Richmond Federal Reserve President Tom Barkin said inflation is still too high and he needs to be convinced it’s slowing more quickly before he would back an end to interest-rate increases.

“I want to reiterate that 2% inflation is our target, and that I am still looking to be convinced of the plausible story that slowing demand returns inflation relatively quickly to that target,” he said Friday in a speech in Maryland.

“If coming data doesn’t support that story, I’m comfortable doing more,” he said. Barkin is not a voting member this year of the Fed’s interest-rate setting panel.

The Fed on Wednesday left its policy interest rate unchanged for the first time in 11 meetings dating to 14 months ago. The central bank wants more time to gauge how much its prior rate hikes have slowed the economy.

Yet the Fed also signaled the possibility of two more increases this year that would push the policy interest rate to as high as 5.75% unless inflation falls even faster. Just 14 months ago, the rate was near zero.

Barkin said the economy has gotten weaker, but it’s not weak. Strong demand, in turn, has given businesses the ability to keep raising prices to help juice profits.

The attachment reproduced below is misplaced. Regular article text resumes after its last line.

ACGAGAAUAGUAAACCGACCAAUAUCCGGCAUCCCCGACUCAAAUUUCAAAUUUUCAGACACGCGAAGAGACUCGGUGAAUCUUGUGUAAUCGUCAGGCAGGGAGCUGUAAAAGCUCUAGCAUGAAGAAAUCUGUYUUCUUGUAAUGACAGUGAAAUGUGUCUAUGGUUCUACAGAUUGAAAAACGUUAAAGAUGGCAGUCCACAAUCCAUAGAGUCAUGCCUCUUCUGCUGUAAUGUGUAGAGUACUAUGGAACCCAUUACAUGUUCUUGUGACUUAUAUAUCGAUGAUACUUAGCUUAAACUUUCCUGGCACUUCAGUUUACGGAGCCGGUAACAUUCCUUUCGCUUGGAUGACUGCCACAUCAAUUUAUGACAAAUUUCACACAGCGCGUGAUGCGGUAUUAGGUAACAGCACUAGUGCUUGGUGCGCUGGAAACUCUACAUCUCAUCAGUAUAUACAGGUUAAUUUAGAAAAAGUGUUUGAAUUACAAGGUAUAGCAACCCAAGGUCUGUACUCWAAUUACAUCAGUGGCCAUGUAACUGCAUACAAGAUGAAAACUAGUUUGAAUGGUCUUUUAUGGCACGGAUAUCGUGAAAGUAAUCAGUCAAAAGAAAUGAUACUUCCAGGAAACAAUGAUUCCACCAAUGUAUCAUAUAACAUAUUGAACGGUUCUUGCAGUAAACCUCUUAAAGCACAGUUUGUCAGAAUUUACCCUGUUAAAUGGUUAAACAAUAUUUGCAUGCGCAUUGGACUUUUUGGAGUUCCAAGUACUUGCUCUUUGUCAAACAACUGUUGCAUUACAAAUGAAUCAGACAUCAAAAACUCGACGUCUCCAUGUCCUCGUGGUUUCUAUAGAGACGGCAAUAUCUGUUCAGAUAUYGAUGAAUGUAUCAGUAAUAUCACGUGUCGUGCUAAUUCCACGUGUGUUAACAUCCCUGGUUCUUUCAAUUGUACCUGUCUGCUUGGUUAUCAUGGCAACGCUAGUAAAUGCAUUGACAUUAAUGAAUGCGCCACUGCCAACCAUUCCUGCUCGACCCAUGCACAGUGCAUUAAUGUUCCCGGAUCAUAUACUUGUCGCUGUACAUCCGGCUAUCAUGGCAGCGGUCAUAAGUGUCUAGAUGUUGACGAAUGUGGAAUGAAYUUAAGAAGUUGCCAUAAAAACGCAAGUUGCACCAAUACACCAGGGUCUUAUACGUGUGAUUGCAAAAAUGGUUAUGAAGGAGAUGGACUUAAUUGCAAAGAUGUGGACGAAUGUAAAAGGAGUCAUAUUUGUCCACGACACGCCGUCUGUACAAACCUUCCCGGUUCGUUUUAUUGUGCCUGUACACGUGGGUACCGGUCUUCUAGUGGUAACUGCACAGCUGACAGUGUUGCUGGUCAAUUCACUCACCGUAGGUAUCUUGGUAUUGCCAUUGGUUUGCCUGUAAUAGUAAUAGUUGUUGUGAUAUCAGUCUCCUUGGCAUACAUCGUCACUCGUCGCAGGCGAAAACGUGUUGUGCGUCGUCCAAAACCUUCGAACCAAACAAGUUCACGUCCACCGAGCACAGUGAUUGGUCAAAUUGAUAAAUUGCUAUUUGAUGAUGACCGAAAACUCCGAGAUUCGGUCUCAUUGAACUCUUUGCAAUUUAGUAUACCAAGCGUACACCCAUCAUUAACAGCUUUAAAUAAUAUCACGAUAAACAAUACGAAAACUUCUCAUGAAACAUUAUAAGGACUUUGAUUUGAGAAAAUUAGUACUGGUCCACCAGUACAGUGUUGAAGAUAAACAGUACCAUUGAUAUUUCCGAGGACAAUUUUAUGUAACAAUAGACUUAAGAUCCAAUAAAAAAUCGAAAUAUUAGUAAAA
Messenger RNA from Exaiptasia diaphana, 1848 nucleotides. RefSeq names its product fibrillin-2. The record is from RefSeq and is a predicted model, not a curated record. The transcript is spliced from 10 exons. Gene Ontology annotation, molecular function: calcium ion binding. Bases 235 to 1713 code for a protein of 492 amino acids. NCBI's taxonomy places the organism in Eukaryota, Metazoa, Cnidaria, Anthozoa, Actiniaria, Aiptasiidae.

“Businesses have rediscovered the pricing lever,” he said. “If they can raise prices and not lose much volume, they have an efficient path to increased earnings. They won’t throw that option away until competitors and customers force their hand.

Barkin said he could see a scenario in which the economy weakened enough to bring inflation down, in large part because of prior Fed rate hikes. Yet he noted that the Fed has been fooled too many times before to take it for granted.

“We have all told ourselves a number of stories over the last two years,” he said. “They each seemed compelling at the time, but inflation hasn’t yet seen a happy ending.”

The Fed’s decision to skip an interest-rate increase, he said, is not the end of the story.

“Think of it as slowing your boat as you approach the dock,” he said. “That gives us time to assess the data on demand and inflation and determine what more we might need to do.”

Barkin said he pays especially close attention to median rate of inflation as measured by the Fed’s preferred PCE price index.

“It hasn’t come in at levels consistent with our 2% target in any month since spring of 2021,” he said. ” It’s hard to say we’re approaching our target when we haven’t yet hit it even for one month.”


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